CAIRO — When Ben Judah, a writer currently based in London, penned an article for Politico Magazine earlier this month entitled “Why Russia No Longer Fears the West,” he never expected to become the center of an Egyptian media scandal.
But on Tuesday, controversial comedian Bassem Youssef, known as Egypt’s Jon Stewart for his quick wit and biting political criticism, plagiarized Judah’s article in the Egyptian newspaper Al-Shorouk. What followed was a wave of unanticipated attention and rage on social media from a country Judah had never written about nor visited. Many of the Egyptians who took to Twitter to bash the writer focused on one thing: Judah is Jewish and pro-Israel.
Egypt and Israel have had a tumultuous relationship since Israel’s creation in 1948, with a handful of bloody wars and endless political disputes. Most Egyptians support the Palestinian cause.
“I will f**k your family one by one,” threatened one Twitter user whose bio says he’s from Mansoura, Egypt.
“Isreal [sic] under my shoes holocaust b***h lol hitler b***h hahahaha if I were hitler I will burn u all,” another Twitter user, whose bio says he’s from Cairo, tweeted at Judah.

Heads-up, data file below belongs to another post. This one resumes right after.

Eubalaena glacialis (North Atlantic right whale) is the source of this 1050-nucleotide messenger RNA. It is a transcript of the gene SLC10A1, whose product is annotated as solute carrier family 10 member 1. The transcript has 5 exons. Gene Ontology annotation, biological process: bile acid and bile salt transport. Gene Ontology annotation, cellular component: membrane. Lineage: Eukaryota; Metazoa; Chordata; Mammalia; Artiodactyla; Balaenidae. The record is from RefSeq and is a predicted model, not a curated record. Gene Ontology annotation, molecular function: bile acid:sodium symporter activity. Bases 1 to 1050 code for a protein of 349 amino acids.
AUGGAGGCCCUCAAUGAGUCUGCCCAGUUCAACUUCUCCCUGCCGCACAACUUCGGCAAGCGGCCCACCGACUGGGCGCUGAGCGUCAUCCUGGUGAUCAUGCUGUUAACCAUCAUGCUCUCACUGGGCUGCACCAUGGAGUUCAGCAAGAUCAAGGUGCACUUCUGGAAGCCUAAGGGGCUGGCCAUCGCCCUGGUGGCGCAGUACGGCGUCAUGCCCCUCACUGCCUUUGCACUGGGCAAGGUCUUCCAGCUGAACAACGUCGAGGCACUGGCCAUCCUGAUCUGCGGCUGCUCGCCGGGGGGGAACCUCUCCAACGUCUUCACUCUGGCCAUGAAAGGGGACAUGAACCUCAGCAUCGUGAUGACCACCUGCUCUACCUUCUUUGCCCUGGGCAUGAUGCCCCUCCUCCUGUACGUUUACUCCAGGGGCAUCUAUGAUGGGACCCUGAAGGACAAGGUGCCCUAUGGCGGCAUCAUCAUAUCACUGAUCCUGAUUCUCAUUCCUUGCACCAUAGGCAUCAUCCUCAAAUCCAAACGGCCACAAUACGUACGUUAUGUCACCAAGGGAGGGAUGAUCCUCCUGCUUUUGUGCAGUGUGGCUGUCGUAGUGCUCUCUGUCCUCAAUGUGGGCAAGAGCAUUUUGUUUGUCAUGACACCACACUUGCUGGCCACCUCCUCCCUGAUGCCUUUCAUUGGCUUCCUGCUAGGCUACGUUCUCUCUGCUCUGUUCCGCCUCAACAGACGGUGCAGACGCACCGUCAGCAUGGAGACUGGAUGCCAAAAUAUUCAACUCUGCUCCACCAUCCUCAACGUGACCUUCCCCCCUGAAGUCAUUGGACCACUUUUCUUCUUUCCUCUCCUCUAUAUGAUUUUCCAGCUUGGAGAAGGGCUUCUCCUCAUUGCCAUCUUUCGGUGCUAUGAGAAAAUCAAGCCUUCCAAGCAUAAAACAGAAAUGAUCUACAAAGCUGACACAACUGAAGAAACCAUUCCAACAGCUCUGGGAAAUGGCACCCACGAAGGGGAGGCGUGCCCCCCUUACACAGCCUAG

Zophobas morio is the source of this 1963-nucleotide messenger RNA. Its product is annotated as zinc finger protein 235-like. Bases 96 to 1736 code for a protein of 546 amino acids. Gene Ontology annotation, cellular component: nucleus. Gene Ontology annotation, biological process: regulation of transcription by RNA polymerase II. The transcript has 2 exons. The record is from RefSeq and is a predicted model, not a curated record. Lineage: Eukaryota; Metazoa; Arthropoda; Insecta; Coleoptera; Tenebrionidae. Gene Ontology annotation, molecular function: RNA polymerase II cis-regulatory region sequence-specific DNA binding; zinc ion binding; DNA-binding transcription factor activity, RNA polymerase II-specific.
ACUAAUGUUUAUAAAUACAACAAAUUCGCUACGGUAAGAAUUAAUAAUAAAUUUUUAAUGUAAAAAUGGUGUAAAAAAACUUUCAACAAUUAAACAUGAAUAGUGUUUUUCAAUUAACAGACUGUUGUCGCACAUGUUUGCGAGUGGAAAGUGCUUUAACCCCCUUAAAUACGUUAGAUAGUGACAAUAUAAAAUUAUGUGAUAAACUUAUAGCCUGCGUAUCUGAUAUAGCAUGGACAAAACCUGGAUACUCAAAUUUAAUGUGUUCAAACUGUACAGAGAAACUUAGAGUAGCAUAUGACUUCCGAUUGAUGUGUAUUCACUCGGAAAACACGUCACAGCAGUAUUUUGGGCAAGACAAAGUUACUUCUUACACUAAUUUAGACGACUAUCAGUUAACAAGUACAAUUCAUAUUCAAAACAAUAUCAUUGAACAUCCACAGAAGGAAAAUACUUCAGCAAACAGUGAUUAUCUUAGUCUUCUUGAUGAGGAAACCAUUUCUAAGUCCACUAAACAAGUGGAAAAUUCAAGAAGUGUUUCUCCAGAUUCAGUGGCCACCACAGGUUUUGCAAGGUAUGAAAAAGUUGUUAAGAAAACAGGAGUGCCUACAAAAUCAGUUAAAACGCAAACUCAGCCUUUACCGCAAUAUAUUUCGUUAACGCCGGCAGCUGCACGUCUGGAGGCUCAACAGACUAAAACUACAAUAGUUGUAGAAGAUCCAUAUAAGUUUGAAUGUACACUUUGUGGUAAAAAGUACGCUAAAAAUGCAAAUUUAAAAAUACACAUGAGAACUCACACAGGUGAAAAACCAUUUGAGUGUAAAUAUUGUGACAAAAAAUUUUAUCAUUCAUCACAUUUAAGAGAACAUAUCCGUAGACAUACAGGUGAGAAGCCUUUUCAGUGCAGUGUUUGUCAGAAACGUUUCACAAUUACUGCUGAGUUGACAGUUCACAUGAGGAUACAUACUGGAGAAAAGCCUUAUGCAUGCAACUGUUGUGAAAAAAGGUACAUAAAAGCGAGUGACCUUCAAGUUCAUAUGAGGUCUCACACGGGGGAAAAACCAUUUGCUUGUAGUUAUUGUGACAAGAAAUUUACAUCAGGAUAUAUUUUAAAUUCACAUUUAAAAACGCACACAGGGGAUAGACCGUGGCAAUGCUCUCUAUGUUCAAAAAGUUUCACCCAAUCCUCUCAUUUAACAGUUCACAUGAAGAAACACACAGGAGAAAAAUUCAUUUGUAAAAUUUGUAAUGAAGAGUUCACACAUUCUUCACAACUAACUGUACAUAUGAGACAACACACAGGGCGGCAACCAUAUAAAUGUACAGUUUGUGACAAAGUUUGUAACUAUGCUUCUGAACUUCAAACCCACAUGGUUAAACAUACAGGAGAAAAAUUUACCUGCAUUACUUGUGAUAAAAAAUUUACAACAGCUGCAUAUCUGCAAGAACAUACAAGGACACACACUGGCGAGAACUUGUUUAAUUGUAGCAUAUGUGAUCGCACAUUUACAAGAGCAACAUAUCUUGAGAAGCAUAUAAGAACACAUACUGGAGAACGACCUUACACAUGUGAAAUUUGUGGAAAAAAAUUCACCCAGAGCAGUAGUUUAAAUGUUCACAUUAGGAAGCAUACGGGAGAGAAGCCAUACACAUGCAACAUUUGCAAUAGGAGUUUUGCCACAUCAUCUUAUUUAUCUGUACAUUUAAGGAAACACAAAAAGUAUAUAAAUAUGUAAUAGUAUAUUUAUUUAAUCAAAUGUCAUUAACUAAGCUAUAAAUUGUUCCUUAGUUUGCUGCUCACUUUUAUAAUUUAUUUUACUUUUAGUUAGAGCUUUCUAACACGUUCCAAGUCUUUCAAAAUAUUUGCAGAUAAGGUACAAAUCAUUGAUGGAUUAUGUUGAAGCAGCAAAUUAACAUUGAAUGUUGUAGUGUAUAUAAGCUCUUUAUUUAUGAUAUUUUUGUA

“Jews curse of God on earth,” said another.
Youssef apologized on Twitter for the plagiarism hours after his article was published, saying he meant to link to the author’s original article. A number of Egyptians also apologized to Judah for the anti-Semitism from their fellow Egyptians.
Youssef, a former surgeon turned comic, has become known for stirring up controversy in Egypt, often going after the country’s leaders. He became a celebrity during the 2011 revolution when he began uploading satirical clips to YouTube about the government. Later, he faced legal charges under former Islamist President Mohammed Morsi for insulting him and his religion, and in 2013 his show was canceled for criticizing the country’s new military-backed government.
His widely-watched show is now back on the air on a different channel, yet he still faces criticism and technical interference during the broadcast. Time magazine voted Youssef one of the 100 most influential people in the world in 2013.
Judah tweeted on Wednesday that he went on BBC Arabic to accept Youssef’s apology.
“I knew very little about him,” he said in the interview. “I had no knowledge of his role in Egyptian politics and fighting for Egyptian free media. Since I’ve learnt about his role in fighting for free media in Egypt, this is something hugely important. I respect that very greatly.”
Judah declined to comment to The WorldPost on the controversy, saying that the “wave of hatred” in his direction has dissuaded him from getting further involved.
“Dear Egyptians,” he wrote on Twitter early Thursday morning. “I sadly have to inform you I have taken the decision never to visit your country. Too much hate. Shalom!”